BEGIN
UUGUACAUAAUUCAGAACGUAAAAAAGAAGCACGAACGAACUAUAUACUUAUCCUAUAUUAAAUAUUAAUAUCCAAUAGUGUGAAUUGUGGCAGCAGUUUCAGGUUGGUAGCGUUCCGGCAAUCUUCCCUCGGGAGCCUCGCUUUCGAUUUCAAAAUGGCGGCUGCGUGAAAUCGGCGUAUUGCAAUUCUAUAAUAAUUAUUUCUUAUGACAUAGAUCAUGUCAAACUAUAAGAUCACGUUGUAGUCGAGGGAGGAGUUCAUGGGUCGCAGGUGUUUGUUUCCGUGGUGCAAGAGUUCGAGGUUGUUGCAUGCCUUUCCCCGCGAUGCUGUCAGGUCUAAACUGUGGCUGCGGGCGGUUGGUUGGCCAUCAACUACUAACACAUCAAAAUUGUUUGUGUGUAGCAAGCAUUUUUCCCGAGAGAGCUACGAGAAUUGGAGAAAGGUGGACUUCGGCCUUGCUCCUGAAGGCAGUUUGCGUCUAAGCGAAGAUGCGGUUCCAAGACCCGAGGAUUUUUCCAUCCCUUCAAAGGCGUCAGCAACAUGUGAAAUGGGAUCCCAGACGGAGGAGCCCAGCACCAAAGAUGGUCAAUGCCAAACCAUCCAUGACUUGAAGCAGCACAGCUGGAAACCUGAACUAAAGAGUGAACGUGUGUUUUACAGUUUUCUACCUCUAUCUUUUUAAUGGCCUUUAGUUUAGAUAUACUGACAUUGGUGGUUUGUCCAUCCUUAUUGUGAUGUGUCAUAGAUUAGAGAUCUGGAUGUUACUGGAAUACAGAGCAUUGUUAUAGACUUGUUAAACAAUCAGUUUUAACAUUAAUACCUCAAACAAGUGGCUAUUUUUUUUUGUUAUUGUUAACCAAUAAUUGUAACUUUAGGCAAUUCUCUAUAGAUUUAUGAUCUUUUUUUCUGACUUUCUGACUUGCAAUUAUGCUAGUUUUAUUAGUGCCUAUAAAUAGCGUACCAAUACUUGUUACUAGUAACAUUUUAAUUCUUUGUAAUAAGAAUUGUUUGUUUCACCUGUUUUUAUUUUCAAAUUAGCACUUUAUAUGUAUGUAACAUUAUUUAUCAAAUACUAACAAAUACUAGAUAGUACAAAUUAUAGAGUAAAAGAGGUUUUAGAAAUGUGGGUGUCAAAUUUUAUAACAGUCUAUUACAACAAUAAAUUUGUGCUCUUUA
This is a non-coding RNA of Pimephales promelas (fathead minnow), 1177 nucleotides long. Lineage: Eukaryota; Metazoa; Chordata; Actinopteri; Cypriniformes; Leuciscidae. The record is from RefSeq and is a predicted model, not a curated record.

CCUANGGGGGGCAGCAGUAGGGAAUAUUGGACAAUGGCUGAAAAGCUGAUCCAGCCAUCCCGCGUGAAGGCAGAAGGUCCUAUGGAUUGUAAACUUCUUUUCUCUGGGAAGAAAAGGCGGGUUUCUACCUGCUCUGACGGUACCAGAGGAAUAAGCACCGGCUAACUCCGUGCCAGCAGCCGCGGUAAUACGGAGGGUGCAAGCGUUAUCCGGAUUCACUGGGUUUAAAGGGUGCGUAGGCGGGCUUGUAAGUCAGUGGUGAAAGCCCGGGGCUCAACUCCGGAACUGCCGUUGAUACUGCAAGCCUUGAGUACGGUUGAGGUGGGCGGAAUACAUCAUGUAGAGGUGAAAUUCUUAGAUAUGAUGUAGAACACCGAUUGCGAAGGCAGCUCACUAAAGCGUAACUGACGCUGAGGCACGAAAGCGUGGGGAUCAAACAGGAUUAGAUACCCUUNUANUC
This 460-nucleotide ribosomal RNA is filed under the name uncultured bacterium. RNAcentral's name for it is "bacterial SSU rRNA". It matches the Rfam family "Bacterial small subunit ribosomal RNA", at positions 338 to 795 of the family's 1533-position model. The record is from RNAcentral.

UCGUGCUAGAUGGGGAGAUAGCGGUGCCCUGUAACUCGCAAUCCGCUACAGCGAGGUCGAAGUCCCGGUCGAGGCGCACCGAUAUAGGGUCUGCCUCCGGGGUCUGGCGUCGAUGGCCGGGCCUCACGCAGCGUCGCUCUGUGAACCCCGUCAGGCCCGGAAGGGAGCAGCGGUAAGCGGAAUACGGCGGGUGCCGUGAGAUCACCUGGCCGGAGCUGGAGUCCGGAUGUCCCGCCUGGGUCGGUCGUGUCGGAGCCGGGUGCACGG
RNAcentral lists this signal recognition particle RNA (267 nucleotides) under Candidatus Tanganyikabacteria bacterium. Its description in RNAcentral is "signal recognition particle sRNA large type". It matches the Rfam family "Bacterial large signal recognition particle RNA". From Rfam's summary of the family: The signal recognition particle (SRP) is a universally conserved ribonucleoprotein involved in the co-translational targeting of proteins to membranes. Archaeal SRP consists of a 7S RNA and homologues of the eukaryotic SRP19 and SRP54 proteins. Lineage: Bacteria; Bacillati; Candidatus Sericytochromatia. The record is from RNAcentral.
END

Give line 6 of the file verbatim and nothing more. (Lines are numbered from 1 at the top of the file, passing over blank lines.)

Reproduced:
RNAcentral lists this signal recognition particle RNA (267 nucleotides) under Candidatus Tanganyikabacteria bacterium. Its description in RNAcentral is "signal recognition particle sRNA large type". It matches the Rfam family "Bacterial large signal recognition particle RNA". From Rfam's summary of the family: The signal recognition particle (SRP) is a universally conserved ribonucleoprotein involved in the co-translational targeting of proteins to membranes. Archaeal SRP consists of a 7S RNA and homologues of the eukaryotic SRP19 and SRP54 proteins. Lineage: Bacteria; Bacillati; Candidatus Sericytochromatia. The record is from RNAcentral.